Mechanism of action

  • It prevents sperm penetration via thickening of the cervical mucus.
  • It may prevent the release of the egg from the ovary (inhibit ovulation).
  • It may prevent implantation because of thinning effects on the endometrial layers.

Advantages

  • POPs are rapidly reversible.
  • Suitable and safe for women above 35 years old.
    Safe and suitable for breastfeeding mothers.
  • Does not contain oestrogen, therefore suitable for women with certain medical condition (such as hypertension, diabetes, and migraine) that are not suitable for pills that contain oestrogen (such as the COC pills).
  • There are several non-contraceptive health benefits of POPs and include: decreased menstrual blood loss with lowered risk of anaemia, decreased period pain (dysmenorrhea), decreased cyclic mood changes or other premenstrual syndrome problems, protection from endometrial cancer, decreased pain from endometriosis, decreased pelvic inflammatory disease (from thickened, impenetrable cervical mucus).

Disadvantages

  • Changes in menstrual bleeding pattern and this varies from intermittent irregular spotting or prolonged spotting to total absence of menstruation. In women with pre-existing heavy menstrual flow or pain associated with menses, the absence of menstruation will be an advantage and beneficial.
  • There is no protection from sexually transmitted infections (STI) or HIV.
  • Narrow time window for missed pills, therefore must be taken at the same time every day. Therefore, this is less effective if a person is not compliant to regular pill taking.

Effectiveness

As with all oral pills, the effectiveness of POPs is user-dependent. Correct and regular pill-taking is important. If used perfectly, it may be more than 99% effective; but with typical use, the risk of pregnancy during the first year has been estimated at about 9%. Overall, it is generally slightly lower than the combined oral contraceptive pills (COC) due to the narrow window of missed pill duration.

Side effects

  • Irregular menstruation is not uncommon but usually improves with continuous use. It is usually spotting or light bleeding only. With continuous use, some women may not have menses at all.
  • Functional ovarian cyst – this is seen via ultrasound scan and is usually small and resolves on its own.
  • Minor side effects include headache, breast tenderness, nausea, and changes in mood or libido. Sometimes skin changes such acne or hirsutism may present but this is uncommon. Weight gain has been a concern but is generally not a significant problem in many women. These minor side effects often improve with time. Serious side effects are rare.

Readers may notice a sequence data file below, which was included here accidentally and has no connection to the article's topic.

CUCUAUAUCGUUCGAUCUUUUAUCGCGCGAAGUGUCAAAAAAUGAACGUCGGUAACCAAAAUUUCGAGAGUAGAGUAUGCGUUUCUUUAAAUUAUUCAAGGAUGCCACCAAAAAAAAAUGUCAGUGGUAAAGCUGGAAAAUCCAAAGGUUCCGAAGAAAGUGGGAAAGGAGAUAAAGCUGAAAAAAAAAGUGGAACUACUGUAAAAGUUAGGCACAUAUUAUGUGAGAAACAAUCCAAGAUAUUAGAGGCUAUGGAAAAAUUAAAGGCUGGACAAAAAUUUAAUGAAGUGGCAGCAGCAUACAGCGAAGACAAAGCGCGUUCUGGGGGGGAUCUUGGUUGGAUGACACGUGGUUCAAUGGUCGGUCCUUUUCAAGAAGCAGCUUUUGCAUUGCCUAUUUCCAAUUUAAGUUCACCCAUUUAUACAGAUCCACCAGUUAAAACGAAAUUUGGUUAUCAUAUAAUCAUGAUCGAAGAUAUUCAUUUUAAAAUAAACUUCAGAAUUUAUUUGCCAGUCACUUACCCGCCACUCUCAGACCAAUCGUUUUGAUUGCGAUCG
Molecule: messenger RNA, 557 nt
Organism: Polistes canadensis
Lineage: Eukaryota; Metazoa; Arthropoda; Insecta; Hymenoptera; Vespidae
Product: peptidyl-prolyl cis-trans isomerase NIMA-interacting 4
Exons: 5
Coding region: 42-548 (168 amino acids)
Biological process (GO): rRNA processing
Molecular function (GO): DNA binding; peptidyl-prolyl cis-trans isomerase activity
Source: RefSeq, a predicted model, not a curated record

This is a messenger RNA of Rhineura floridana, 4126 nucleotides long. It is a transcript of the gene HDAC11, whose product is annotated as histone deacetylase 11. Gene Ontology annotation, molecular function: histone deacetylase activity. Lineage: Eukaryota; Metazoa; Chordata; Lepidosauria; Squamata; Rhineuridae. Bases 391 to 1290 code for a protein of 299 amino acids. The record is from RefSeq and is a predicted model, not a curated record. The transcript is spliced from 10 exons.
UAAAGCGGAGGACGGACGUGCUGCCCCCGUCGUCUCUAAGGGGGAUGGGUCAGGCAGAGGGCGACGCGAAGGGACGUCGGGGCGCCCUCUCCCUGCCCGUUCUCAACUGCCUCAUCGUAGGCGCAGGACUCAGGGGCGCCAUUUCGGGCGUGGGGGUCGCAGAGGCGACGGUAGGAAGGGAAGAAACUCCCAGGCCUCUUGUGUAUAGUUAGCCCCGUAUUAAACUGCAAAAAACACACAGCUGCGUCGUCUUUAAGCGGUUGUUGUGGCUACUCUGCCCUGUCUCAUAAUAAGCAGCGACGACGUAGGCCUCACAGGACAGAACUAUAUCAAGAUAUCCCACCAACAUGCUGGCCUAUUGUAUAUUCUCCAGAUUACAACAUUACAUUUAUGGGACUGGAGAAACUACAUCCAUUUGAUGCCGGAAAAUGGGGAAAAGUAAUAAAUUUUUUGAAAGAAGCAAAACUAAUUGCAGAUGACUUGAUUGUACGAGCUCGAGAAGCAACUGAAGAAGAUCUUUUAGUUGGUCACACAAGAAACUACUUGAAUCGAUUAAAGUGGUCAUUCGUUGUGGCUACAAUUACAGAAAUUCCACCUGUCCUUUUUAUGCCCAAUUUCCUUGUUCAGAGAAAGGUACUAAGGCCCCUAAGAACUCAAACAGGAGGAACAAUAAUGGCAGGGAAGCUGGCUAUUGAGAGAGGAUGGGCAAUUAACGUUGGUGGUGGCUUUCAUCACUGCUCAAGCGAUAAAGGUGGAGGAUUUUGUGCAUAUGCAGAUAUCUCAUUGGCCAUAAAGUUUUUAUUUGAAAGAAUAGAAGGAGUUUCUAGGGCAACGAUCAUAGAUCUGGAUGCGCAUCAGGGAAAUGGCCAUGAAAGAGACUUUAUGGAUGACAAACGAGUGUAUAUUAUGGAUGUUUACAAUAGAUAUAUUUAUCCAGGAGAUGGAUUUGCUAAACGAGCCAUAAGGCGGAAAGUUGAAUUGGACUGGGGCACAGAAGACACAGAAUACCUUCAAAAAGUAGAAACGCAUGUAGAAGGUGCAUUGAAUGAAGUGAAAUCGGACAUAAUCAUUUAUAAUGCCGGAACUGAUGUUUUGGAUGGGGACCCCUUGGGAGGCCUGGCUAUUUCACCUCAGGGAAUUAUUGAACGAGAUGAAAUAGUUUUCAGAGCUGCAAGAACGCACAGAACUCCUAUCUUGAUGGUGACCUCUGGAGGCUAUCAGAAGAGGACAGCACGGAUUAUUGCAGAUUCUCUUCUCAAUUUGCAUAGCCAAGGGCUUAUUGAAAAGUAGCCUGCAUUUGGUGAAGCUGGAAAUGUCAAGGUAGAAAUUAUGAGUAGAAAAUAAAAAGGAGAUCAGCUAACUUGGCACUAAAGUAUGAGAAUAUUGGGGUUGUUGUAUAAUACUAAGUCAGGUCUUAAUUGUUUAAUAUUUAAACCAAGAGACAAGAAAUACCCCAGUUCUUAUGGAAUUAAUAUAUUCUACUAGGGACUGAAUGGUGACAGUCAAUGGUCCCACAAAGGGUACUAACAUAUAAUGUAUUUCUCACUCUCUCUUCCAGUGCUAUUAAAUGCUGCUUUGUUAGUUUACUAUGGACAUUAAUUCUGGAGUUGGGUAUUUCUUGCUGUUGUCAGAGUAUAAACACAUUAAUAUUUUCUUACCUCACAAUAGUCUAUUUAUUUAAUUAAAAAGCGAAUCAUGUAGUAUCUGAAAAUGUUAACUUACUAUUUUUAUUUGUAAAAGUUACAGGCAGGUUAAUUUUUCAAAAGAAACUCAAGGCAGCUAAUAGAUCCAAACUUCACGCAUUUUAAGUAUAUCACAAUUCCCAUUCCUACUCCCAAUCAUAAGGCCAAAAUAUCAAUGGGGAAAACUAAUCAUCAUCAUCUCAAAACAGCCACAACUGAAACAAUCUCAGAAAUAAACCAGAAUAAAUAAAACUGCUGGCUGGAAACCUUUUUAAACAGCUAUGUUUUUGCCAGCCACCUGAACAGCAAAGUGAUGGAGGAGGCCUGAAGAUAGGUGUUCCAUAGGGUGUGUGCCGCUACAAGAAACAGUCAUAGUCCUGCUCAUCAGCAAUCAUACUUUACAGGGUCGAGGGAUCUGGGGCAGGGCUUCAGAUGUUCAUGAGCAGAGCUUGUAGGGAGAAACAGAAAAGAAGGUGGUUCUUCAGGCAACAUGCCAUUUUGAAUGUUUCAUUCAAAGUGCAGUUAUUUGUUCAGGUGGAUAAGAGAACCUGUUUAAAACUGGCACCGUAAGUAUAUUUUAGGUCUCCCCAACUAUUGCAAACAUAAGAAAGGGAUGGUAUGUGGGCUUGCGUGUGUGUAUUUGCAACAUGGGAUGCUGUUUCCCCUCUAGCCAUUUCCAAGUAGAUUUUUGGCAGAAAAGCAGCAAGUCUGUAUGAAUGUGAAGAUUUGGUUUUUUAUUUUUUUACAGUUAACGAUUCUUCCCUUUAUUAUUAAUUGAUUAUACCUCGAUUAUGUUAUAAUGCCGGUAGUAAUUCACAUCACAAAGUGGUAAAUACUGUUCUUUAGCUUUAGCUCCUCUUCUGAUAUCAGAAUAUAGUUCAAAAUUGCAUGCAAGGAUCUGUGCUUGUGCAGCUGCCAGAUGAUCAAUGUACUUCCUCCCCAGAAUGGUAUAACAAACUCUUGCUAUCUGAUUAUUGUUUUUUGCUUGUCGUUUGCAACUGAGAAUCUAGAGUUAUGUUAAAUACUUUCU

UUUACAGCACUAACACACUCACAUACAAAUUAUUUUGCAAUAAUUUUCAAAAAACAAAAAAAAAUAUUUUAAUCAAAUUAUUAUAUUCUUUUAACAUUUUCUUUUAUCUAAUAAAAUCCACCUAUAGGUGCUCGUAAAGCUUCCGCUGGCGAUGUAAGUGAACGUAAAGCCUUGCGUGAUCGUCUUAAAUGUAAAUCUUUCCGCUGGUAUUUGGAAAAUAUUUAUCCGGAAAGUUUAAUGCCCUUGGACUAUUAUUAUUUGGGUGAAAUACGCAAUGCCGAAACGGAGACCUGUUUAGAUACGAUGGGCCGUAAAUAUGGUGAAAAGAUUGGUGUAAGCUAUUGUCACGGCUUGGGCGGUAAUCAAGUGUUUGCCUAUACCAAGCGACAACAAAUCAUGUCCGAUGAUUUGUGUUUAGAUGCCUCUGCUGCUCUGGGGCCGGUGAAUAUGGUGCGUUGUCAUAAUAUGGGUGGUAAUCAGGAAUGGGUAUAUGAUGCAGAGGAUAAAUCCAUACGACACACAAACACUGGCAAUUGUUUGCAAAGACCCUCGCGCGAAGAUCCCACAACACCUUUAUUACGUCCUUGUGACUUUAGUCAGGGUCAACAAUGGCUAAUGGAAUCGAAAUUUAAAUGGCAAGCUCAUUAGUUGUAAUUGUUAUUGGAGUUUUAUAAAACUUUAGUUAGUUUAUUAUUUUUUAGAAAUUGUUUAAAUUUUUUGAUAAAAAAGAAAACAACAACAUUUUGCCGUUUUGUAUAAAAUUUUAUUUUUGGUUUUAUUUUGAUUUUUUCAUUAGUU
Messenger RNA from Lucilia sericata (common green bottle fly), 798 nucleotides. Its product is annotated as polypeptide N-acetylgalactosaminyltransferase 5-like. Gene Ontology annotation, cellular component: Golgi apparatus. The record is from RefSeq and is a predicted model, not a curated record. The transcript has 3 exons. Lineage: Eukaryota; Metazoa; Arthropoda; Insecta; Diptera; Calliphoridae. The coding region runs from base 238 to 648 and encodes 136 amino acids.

Who Should Not Use Progestogen-Only Pills:

  • Women with certain cardiovascular conditions or a history of stroke.
  • Women who are or may be pregnant.
  • Women with severe liver disease.
  • Women with unexplained vaginal bleeding.
  • Women with current or past history of breast cancer.

Instruction for pill-taking

  • Some medications may interact with POPs. Inform your healthcare provider about all the medications that you are currently taking before starting the POPs.
  • Start the pill on the first or second day of your normal menses. Protection is immediate and you do not need extra precaution. Or you can start anytime in your menstrual cycle if you are sure you are not pregnant (eg no prior unprotected intercourse for at least 2 weeks or after a negative pregnancy test). You will need protection for at least 2 days for the pills effect to start.
  • POPs must be taken at about the same time every day, without a break, including during your bleeding days or when having a period.
  • Set an alarm for reminder every day.
  • You can take POPs with or without food.
  • If a pill is missed or if taken late, have a back-up method available or abstain from sex for a period of time as detailed below.
  • Vomiting or diarrhoea – take another pill immediately. If this occurs within the 3 hours for (traditional POP) and 12 hours (for DSG POP), then the effective is still the same. However, if it exceeds the time limit, treat this as missed pills and see the instructions below.

Missed pills – what to do

  • Traditional POPs (norethisterone (NET) 0.35 mg or levonorgestrel (LNG) 30 μg) – If you miss a pill by more than 3 hours, take the missed pill as soon as possible even if it means taking two pills in one day. Continue taking the pills at your regular time. You will need additional contraception (e.g condoms) for the next 48 hours. If unprotected intercourse occurs then emergency contraception must be considered.
  • Desogestrel (DSG) 75 μg – (Cerazette) – If you miss a pill by more than 12 hours, take the missed pill as soon as possible even if it means taking two pills in one day. Continue taking the pills at your regular time. You will need additional contraception (e.g., condoms) for the next 48 hours. If unprotected intercourse occurs then emergency contraception must be considered.

Click HERE for more information on what to do if missed the POPs pills.

See your healthcare provider if you have the following symptoms:

  • Pelvic/lower abdominal pain: need to exclude ectopic pregnancy.
  • Prolonged or heavy vaginal bleeding. A sudden skipped period, especially after a pattern of regular bleeding cycles: needs to exclude pregnancy.
  • Yellowish discoloration skin (jaundice), light coloured stools.
  • Severe abdominal pain or leg swelling as these could be signs of blood clots.

To print a pdf copy, click HERE